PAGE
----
The Willmar 8
Taking a stand when the stakes are high
Doris Boshart, Sylvia Erickson, Jane Harguth, Teren Novotny, Shirley Solyntjes, Glennis Ter Wisscha, Sandi Treml, and Irene Wallin. You may not recognize their individual names, but collectively they stirred up controversy in their Minnesota town and across the country in the late 1970s. Known as the Willmar 8, they came to symbolize the uphill climb many American women faced when seeking pay commensurate with their experience and equal to that of their male peers.
The women had been hired at Citizens' National Bank in Willmar at $400 a month. Starting monthly salaries for men averaged $700. Women were expected to work overtime without pay. The bank's sole female officer earned $4,000 less per year than her male supervisees. The last straw, though, came when the women were directed to train a young man right out of college to become their boss. When they pointed this inequity out to bank president Leo Pirsch, his reply spoke volumes: "We're not all equal, you know." They filed a gender discrimination complaint with the Equal Employment Opportunity Commission (EEOC) and an unfair labor practice charge with the National Labor Relations Board. In June 1997, they formed Minnesota's first bank union, the Willmar Bank Employees' Association Local 1. The EEOC took up their cause, but negotiations with bank management broke down. Finally, on December 16, 1977, the women zipped up their snowmobile suits and stepped out into the seventy-degree-below-zero windchill with their picket signs to begin the nation's first bank strike.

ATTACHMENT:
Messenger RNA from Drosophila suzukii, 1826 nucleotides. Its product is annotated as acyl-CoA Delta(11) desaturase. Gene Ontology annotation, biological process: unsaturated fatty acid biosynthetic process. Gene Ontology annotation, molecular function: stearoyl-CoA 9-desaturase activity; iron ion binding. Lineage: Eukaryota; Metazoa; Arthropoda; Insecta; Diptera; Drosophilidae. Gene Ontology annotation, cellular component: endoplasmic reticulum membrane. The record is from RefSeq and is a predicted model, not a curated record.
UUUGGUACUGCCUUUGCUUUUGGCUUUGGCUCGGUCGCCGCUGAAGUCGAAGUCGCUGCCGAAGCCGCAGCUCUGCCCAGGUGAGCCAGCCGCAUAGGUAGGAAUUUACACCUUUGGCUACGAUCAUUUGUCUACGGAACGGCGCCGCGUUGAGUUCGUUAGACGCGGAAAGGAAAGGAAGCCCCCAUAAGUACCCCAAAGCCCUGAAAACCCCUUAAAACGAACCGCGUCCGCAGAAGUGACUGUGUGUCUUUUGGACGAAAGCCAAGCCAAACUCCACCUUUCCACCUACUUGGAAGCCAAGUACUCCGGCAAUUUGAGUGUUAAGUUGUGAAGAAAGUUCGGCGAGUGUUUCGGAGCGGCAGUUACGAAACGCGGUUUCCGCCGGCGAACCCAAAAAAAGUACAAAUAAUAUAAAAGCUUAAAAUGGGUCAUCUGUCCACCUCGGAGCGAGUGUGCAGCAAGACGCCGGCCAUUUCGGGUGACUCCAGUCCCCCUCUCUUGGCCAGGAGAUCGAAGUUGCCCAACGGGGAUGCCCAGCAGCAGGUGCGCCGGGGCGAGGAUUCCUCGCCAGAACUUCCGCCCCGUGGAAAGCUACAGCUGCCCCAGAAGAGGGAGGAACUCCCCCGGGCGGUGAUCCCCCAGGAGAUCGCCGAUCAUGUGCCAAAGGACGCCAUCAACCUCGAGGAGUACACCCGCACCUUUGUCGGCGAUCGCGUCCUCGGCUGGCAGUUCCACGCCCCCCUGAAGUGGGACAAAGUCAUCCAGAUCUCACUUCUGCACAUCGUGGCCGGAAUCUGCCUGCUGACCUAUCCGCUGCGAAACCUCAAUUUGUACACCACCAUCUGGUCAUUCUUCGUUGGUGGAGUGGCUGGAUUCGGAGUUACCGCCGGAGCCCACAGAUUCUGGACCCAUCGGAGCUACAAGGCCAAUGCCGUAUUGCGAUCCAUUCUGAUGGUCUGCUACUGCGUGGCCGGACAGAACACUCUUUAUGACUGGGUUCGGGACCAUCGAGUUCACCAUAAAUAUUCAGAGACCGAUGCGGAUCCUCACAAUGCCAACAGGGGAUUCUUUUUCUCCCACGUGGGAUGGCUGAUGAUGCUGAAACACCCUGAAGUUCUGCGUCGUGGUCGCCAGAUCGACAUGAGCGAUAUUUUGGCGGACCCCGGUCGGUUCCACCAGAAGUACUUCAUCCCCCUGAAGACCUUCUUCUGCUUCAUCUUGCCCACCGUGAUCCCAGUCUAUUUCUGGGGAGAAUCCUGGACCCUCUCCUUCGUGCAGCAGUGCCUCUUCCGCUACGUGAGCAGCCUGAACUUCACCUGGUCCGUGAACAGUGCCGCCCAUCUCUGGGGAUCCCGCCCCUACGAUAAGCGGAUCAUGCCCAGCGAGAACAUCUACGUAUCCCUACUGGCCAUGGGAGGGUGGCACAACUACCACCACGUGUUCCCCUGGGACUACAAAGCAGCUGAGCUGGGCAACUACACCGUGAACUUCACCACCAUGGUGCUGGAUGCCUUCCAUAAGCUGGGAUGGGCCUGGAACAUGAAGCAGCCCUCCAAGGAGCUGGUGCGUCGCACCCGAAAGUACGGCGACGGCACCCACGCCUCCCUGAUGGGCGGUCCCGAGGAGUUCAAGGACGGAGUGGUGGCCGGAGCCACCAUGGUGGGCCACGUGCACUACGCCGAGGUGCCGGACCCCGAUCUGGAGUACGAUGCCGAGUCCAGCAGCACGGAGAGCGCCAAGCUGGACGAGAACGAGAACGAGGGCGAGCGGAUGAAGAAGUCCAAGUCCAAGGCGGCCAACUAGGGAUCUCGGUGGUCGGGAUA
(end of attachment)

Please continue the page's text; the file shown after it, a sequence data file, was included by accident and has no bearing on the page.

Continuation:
They hoped a new contract could be negotiated within a few weeks. After two years, they still hadn't reached an agreement, but sympathizers nationwide had heard their voices loud and clear. Feminist concerns were making headlines everywhere, and the Willmar 8, a group of plainspoken wives, daughters, and mothers, struck a chord. Representatives from the National Organization for Women joined them on the line, as did members of the United Auto Workers. In 1980, actress Lee Grant filmed a documentary about them. "It was the first labor strike that really brought together issues of the labor movement and the women's movement," says Renee Vaughan, who teaches at Metropolitan State University in St. Paul. "Before the Willmar 8, the labor movement didn't see gender discrimination as part of the platform. The eight of them really did create social change."
In September 1978, the EEOC negotiated a settlement and the women dropped the lawsuit and agreed to work without a contract. One by one, as their demands went unmet and the bank refused to rehire them, the women found other jobs. Doris Boshart was the only member of the Willmar 8 called back to work immediately; eventually, three others joined her, but only for a few months. Boshart was the only one who stuck it out, even though she was demoted from head bookkeeper to teller and was harassed by coworkers. The National Labor Relations Board issued a ruling in 1979 that did not support the women's position in regard to discrimination. Ter Wisscha, now living in St. Paul, still gets letters and phone calls from students. "That's what fuels my belief that we're not done winning yet," she says. "People are still asking the questions. People still want to try to understand."
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